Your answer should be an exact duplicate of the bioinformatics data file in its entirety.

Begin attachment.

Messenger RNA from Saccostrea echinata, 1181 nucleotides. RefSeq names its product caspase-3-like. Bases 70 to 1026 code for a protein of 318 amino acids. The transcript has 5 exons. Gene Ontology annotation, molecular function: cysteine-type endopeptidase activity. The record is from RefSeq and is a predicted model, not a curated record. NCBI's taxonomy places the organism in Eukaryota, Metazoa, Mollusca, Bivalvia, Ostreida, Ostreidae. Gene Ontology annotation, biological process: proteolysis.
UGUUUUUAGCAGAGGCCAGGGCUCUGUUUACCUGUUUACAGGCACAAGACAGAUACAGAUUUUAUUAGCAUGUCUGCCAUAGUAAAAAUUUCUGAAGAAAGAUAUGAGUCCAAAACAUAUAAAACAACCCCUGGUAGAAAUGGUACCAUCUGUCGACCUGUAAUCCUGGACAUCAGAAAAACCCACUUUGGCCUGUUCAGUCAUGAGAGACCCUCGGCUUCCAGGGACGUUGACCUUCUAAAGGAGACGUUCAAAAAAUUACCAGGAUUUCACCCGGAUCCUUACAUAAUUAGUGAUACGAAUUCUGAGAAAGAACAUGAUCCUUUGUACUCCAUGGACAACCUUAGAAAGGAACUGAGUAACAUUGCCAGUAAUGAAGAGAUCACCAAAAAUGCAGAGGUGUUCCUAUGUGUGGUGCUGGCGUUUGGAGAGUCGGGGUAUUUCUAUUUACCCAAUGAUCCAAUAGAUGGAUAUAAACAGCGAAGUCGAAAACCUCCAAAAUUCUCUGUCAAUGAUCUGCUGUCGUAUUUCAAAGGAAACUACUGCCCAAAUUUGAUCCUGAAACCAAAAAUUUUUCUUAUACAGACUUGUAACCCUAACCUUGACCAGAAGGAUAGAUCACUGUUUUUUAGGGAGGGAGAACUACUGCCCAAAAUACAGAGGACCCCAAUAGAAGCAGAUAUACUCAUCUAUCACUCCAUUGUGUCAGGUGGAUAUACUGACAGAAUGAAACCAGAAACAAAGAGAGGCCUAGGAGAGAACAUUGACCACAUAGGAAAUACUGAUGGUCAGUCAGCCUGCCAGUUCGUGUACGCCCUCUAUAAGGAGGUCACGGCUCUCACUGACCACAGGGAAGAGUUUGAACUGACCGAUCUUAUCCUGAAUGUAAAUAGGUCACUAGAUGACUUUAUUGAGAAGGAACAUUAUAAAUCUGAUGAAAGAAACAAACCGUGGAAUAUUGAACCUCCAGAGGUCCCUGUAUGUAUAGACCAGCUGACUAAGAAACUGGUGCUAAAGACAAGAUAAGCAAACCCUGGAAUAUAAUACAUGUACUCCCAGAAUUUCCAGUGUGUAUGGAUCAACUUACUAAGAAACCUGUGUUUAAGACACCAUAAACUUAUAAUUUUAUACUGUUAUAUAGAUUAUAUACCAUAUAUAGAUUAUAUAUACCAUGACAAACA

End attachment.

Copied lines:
Messenger RNA from Saccostrea echinata, 1181 nucleotides. RefSeq names its product caspase-3-like. Bases 70 to 1026 code for a protein of 318 amino acids. The transcript has 5 exons. Gene Ontology annotation, molecular function: cysteine-type endopeptidase activity. The record is from RefSeq and is a predicted model, not a curated record. NCBI's taxonomy places the organism in Eukaryota, Metazoa, Mollusca, Bivalvia, Ostreida, Ostreidae. Gene Ontology annotation, biological process: proteolysis.
UGUUUUUAGCAGAGGCCAGGGCUCUGUUUACCUGUUUACAGGCACAAGACAGAUACAGAUUUUAUUAGCAUGUCUGCCAUAGUAAAAAUUUCUGAAGAAAGAUAUGAGUCCAAAACAUAUAAAACAACCCCUGGUAGAAAUGGUACCAUCUGUCGACCUGUAAUCCUGGACAUCAGAAAAACCCACUUUGGCCUGUUCAGUCAUGAGAGACCCUCGGCUUCCAGGGACGUUGACCUUCUAAAGGAGACGUUCAAAAAAUUACCAGGAUUUCACCCGGAUCCUUACAUAAUUAGUGAUACGAAUUCUGAGAAAGAACAUGAUCCUUUGUACUCCAUGGACAACCUUAGAAAGGAACUGAGUAACAUUGCCAGUAAUGAAGAGAUCACCAAAAAUGCAGAGGUGUUCCUAUGUGUGGUGCUGGCGUUUGGAGAGUCGGGGUAUUUCUAUUUACCCAAUGAUCCAAUAGAUGGAUAUAAACAGCGAAGUCGAAAACCUCCAAAAUUCUCUGUCAAUGAUCUGCUGUCGUAUUUCAAAGGAAACUACUGCCCAAAUUUGAUCCUGAAACCAAAAAUUUUUCUUAUACAGACUUGUAACCCUAACCUUGACCAGAAGGAUAGAUCACUGUUUUUUAGGGAGGGAGAACUACUGCCCAAAAUACAGAGGACCCCAAUAGAAGCAGAUAUACUCAUCUAUCACUCCAUUGUGUCAGGUGGAUAUACUGACAGAAUGAAACCAGAAACAAAGAGAGGCCUAGGAGAGAACAUUGACCACAUAGGAAAUACUGAUGGUCAGUCAGCCUGCCAGUUCGUGUACGCCCUCUAUAAGGAGGUCACGGCUCUCACUGACCACAGGGAAGAGUUUGAACUGACCGAUCUUAUCCUGAAUGUAAAUAGGUCACUAGAUGACUUUAUUGAGAAGGAACAUUAUAAAUCUGAUGAAAGAAACAAACCGUGGAAUAUUGAACCUCCAGAGGUCCCUGUAUGUAUAGACCAGCUGACUAAGAAACUGGUGCUAAAGACAAGAUAAGCAAACCCUGGAAUAUAAUACAUGUACUCCCAGAAUUUCCAGUGUGUAUGGAUCAACUUACUAAGAAACCUGUGUUUAAGACACCAUAAACUUAUAAUUUUAUACUGUUAUAUAGAUUAUAUACCAUAUAUAGAUUAUAUAUACCAUGACAAACA